Telrad Dew Shield +
Street Price: $25
Available through most astronomical outlets
One of the amateur astronomer’s arch-enemies is dew – and when temperature and dew point get too friendly, the wet menace starts to collect on everything, including the venerable Telrad. That’s where the standard Dew Shield (DS for short) and the Dew Shield + come in handy.
See Figure 1. When you are not aiming your scope, you push the hood-like DS to cover the projection panel. When you need to aim your scope, you flip the shield up.
Say Goodbye to Neck Cramps
The DS+ cleverly adds a hinged mirror for 90 degree viewing. When your scope is pointing near zenith, the hood can be folded past the rear of the Telrad. You then turn a little knob which swings the mirror into place. Now you have a 90 degree Telrad! Not bad for an extra few bucks. The only other unity finder I know of that has the 90 degree feature costs much, much more.
Now we get to the negatives I discovered with the product. The fit of the dew shield leaves much to be desired, but with some TLC, the product works very well.
The DS+ does just what it advertises – it quite effectively protects your Telrad against dew. It also provides a 90 degree view capability which makes finding sky objects much more comfortable. I recommend this product for these reasons.
Chiefly I was not impressed with the initial mechanical fit and alignment. These issues were not difficult to overcome, but it took around 45 minutes of experimentation, and prudent application of a hobby tool.
#1 – Mirror rubs Telrad frame when closing DS+
Refer to Figure 5. Notice the “ski rails” that hold the clear projection panel. When you fold the DS+ into “dew protect” position, the top corner of these rails rub firmly against the mirror. I immediately got out my hobby tool and rounded off the edges.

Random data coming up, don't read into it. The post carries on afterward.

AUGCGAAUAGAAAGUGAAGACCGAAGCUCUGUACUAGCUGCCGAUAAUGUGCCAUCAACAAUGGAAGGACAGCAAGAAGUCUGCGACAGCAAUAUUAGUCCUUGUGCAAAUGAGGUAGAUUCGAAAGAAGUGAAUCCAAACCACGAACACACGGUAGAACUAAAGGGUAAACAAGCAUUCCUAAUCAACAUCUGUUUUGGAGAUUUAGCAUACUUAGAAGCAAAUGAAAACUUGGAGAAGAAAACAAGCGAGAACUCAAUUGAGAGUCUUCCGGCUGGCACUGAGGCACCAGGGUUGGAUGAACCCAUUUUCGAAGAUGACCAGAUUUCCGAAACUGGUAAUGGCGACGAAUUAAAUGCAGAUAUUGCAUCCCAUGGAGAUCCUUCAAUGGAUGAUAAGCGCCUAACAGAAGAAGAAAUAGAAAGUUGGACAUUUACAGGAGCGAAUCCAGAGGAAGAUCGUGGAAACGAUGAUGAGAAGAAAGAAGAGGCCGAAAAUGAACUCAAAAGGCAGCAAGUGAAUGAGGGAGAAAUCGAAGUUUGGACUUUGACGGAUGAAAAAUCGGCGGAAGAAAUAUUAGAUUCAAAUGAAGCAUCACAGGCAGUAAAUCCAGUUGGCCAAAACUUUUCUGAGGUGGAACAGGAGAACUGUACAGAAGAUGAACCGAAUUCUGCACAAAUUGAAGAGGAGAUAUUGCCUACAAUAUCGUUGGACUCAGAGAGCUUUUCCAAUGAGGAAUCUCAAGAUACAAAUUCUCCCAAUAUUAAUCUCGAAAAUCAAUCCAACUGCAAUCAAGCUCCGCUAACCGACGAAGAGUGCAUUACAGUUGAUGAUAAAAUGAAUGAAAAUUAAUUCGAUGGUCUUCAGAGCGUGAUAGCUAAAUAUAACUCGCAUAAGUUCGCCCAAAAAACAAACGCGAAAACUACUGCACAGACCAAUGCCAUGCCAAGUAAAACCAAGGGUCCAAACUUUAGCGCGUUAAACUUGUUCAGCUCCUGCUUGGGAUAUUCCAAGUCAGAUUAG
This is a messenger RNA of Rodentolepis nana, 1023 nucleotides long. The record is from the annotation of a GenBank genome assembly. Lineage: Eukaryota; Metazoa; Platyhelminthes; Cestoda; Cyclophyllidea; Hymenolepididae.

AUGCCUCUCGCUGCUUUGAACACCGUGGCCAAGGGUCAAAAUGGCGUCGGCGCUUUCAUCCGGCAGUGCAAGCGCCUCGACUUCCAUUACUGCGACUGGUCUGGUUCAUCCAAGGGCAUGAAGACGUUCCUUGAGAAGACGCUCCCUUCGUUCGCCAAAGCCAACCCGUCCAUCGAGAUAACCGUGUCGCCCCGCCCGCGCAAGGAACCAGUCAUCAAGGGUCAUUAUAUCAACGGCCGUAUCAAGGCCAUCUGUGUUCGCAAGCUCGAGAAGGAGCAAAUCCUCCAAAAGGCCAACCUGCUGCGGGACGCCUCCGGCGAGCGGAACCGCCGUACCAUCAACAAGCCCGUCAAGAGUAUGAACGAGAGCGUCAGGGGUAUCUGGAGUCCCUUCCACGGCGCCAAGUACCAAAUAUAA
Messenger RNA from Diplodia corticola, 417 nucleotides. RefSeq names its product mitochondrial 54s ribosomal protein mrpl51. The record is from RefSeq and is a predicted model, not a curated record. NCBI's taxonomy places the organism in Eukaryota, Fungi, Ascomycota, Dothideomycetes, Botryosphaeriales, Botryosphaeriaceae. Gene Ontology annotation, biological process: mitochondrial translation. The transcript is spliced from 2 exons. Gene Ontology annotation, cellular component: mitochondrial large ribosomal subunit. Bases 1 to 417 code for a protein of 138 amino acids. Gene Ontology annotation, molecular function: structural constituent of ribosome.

#2 – Required fiddling with hood alignment
I had to experiment with the positioning of the two mounting flanges or the hood wouldn’t sit squarely. This causes an off-kilter view through the 90 degree mirror. After about 15 minutes of experimenting I had it positioned nicely.
The mirror hinges on a bar that passes sideways through the hood. You can see this in Figure 4. Part of this bar protrudes from the side, so you can use it to flip the mirror in or out of position. This plastic bar has a rubber slip-on sleeve. This is not glued on and slips off fairly easily. A little silicon adhesive fixes the issue. This should be done at the factory.
#4 – Appearance of Installation Documentation
The one page (front & back) installation note won’t win any beauty contests with it’s hand drawn illustrations and 1950’s mimeographed look, but explains the basic install process well enough.
The Dew Shield Plus is still a good and very useful product, even if, in my opinion, you need to tweak a few things yourself. The alternative is one of the following:
1. Live with a dewed-up finder and/or a sore neck.
2. Pay much more for the top of the line unity finder, which has a straight through/90 degree viewing feature.
As an amateur astronomer, I thank P.M. Research for creating the DS+, it greatly enhances the already great Telrad. As a “consumer” I think the design has a lot of room for improvement. After some tweaking everything works very well – but I should not have to do this.
Those with the extra cash might be happier with the upscale competition. But for my money, the DS+ is a very usable product which I am glad I purchased.
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